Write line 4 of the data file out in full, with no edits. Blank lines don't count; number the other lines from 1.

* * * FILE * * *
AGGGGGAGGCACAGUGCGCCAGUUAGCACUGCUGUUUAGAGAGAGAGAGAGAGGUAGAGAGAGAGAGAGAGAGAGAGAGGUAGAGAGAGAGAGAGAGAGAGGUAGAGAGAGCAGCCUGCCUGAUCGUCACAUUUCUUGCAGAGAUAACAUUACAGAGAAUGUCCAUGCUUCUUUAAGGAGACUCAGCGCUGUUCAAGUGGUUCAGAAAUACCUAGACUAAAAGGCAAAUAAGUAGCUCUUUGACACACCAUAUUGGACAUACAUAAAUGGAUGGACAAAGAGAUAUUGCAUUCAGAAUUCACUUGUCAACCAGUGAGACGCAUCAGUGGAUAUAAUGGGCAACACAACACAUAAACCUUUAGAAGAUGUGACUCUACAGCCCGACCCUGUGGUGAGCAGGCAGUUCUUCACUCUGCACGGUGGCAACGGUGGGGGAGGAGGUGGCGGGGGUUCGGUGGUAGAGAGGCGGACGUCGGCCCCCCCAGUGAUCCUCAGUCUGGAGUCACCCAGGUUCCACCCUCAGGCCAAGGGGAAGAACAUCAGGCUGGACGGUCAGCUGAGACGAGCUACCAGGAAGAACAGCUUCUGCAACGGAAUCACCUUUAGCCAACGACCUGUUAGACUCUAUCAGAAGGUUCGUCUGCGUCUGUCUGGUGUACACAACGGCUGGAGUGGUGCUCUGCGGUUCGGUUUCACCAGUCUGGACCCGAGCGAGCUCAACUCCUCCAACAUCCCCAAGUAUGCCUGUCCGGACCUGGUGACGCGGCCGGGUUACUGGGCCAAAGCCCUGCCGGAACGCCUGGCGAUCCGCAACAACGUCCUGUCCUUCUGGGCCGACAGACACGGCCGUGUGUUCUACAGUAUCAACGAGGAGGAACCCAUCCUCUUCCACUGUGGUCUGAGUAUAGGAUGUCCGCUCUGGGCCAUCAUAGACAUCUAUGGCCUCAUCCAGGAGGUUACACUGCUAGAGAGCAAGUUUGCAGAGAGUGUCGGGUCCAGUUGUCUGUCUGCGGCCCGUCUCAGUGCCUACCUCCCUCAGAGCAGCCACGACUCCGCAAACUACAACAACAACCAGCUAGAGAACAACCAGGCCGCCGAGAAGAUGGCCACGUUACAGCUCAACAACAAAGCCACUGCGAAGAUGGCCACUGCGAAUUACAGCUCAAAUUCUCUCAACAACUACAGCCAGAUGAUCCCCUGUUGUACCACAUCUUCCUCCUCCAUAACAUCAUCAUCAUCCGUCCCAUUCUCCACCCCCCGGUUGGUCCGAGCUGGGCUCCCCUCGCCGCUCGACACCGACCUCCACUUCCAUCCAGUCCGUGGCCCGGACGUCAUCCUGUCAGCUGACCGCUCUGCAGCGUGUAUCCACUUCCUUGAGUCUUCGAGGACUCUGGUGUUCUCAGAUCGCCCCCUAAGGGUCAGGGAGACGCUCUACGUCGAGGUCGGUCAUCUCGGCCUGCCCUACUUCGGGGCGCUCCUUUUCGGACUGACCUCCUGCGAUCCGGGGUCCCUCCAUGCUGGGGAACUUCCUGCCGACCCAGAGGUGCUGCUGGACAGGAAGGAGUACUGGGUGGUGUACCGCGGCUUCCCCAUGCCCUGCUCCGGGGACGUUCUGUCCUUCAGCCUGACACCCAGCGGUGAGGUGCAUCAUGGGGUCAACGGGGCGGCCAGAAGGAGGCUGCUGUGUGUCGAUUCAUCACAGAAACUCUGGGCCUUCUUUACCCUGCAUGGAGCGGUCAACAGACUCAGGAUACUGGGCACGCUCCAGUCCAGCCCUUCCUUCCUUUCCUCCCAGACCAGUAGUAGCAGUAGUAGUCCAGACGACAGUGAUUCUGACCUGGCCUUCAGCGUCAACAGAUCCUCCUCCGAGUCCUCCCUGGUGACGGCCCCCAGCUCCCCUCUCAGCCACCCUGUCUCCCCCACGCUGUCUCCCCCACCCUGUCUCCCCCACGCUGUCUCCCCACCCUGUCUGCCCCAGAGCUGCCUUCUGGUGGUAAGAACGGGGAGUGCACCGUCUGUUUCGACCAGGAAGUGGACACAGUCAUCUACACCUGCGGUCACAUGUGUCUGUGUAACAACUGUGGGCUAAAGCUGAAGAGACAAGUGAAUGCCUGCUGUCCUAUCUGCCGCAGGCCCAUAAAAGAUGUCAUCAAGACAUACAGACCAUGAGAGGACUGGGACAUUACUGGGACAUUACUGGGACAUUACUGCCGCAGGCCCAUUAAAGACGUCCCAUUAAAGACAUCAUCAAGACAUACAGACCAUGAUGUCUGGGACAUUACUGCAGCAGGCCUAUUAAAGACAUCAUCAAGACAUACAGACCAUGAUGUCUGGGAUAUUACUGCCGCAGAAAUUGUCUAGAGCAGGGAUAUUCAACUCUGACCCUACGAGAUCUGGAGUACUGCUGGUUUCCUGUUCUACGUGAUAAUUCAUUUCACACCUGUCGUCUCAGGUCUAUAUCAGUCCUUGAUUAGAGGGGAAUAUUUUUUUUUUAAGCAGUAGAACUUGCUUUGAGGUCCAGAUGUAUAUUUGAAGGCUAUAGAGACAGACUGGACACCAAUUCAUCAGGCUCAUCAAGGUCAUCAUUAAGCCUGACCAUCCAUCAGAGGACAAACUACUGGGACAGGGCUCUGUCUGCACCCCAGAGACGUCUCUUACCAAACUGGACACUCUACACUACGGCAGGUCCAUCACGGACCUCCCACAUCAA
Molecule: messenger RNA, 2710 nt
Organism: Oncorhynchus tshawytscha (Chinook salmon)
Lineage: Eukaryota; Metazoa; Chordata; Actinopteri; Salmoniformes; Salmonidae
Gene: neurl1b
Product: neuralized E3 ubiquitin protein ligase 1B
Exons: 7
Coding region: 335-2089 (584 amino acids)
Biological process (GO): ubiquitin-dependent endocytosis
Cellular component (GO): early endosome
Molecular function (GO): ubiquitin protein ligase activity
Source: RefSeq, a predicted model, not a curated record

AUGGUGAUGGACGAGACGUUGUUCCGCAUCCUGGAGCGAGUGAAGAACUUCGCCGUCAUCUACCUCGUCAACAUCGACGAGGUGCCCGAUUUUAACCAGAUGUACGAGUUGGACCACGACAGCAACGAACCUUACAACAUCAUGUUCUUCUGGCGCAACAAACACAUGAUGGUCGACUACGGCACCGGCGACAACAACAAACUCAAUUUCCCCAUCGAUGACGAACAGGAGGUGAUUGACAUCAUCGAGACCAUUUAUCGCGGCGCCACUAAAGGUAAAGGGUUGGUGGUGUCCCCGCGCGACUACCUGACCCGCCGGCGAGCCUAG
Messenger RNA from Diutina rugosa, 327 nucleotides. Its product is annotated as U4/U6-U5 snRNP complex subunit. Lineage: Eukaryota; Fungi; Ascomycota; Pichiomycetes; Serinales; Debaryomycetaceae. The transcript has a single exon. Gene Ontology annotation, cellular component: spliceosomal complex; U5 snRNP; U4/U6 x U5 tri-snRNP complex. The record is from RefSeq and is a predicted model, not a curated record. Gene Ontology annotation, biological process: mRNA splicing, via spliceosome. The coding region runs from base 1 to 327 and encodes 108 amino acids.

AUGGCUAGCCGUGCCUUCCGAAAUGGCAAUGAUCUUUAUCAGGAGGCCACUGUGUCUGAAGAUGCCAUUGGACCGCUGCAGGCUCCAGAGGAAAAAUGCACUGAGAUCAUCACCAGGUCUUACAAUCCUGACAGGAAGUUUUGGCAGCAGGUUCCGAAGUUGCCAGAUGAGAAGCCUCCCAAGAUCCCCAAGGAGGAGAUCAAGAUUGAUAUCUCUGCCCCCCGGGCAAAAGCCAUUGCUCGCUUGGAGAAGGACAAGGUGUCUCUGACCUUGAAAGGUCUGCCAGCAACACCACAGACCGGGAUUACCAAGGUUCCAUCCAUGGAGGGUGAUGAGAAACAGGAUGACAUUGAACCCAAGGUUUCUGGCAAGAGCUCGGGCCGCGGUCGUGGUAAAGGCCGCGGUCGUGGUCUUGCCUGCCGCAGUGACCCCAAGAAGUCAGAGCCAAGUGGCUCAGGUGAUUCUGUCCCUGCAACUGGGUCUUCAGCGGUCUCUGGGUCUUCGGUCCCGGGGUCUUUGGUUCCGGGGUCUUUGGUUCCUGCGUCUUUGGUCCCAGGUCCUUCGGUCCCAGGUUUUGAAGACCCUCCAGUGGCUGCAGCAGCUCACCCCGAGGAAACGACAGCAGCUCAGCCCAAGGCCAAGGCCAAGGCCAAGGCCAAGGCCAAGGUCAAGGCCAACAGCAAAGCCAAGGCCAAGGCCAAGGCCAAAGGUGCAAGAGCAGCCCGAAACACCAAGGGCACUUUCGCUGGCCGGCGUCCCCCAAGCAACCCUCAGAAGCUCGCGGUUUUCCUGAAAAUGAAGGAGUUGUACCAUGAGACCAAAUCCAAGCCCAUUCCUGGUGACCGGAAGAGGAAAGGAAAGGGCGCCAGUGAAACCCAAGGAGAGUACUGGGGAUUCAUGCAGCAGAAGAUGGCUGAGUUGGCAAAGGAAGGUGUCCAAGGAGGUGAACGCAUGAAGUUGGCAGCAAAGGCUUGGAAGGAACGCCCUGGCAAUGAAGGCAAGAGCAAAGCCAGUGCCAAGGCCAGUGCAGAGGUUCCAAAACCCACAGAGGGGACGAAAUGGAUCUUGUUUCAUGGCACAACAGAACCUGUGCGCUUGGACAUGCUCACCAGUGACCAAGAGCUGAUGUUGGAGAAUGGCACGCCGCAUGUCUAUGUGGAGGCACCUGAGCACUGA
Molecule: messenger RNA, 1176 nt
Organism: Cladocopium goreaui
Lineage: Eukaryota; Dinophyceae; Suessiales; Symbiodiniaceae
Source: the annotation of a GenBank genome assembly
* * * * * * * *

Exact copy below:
Lineage: Eukaryota; Metazoa; Chordata; Actinopteri; Salmoniformes; Salmonidae